Jan grew up in Berlin, Germany and moved to the US 20 years ago. He spent many years in technology, marketing and retail roles before focusing on fashion photography. His approach combines his understanding of technology, marketing, and visual story telling to understand the client’s needs, and deliver well crafted visuals. Jan likes cooling creative problems that businesses have with their brand and their marketing. The camera, the lights, the location are all just means to an end. An end to tell a story that creates interest in the subject.
James Groeling is a freelance artist in New York who was educated at the School of Visual Arts. Over the past several years, James has been part of numerous art shows which have taken his art and prints to four continents at last count. His time is mostly spent creating, working on projects, and enjoying life with friends and family as he considers that to be the most inspiring part of life.
As a freelance artist and illustrator working in many media on various surfaces, his work has continued to develop as visual experimentation and new projects have arisen. His work has traveled to four continents and have been a part of museum exhibitions and fundraisers.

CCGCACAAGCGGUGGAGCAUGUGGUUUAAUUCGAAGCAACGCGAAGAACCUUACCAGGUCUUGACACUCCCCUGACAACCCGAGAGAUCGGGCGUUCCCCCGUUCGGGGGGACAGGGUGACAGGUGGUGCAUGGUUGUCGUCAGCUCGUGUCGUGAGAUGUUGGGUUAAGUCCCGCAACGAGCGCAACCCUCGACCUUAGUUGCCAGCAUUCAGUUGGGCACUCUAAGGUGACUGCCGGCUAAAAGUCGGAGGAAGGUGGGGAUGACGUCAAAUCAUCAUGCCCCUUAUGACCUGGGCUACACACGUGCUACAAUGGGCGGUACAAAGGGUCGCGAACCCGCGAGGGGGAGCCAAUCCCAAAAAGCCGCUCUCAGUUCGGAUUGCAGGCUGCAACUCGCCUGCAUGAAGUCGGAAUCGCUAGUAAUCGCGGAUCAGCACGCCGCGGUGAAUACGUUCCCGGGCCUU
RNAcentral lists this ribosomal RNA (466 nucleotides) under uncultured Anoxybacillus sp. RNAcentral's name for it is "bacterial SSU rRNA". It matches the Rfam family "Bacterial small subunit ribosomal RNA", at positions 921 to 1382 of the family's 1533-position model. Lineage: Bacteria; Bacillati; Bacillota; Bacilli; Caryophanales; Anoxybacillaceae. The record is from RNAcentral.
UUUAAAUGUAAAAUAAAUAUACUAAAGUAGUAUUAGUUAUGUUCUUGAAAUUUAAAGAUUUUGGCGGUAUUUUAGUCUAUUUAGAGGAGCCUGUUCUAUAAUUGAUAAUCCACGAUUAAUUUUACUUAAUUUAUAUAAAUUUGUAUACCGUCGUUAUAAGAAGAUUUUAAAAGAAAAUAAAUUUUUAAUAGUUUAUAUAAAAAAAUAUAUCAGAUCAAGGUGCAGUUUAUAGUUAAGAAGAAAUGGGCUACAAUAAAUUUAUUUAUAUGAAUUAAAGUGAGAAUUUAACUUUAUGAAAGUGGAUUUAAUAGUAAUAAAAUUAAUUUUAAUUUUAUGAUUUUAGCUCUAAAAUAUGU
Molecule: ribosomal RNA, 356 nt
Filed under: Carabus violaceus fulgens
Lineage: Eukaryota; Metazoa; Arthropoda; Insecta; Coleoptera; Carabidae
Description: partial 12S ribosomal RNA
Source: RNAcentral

I met James while looking for an artist to create hand drawn molding on a set for a client a couple years ago and continue to be inspired by his out of this world talent and creativity.
Jean Miele is a photographer and digital artist exploring the borderlands between fiction and reality. Drawing on 19th & 20th century ideals and enthusiastically embracing 21st century techniques, Miele creates beautiful prints that explore perception, spirituality and mysticism. His strong, quiet images intend to remind us that moments of perfection are possible, in photography, and in our lives.
His images have appeared in thousands of publications, including recent articles in “Fotografi,” Norway’s premiere photo magazine, and the Houston Center for Photography’s Journal “Spot”. In addition to making fine art and commercial work, he is a pretty well known teacher whose workshops, seminars and one-on-one instruction demystify digital and empower students to realize their own photographic vision.
He lives in Brooklyn with his wife Carol and grown-up daughter Cally.
I had the pleasure of meeting Jean twelve years ago while I was working on my A.A.S. at NY’s Fashion Institute of Technology. Since then, Jean and I have become great friends and have kept in touch over the years. I’m currently working on a documentary on Jean’s work which is a fascinating combination of reality and fantasy that is built on his strong spirituality and search for perfection.
CHECK THEM OUT!
I encourage you to check out Jean, Jan, James (Wow, I just now realized that I selected 3 J’s) and Amy’s blogs, today and next week when they each post three artists whose work they follow.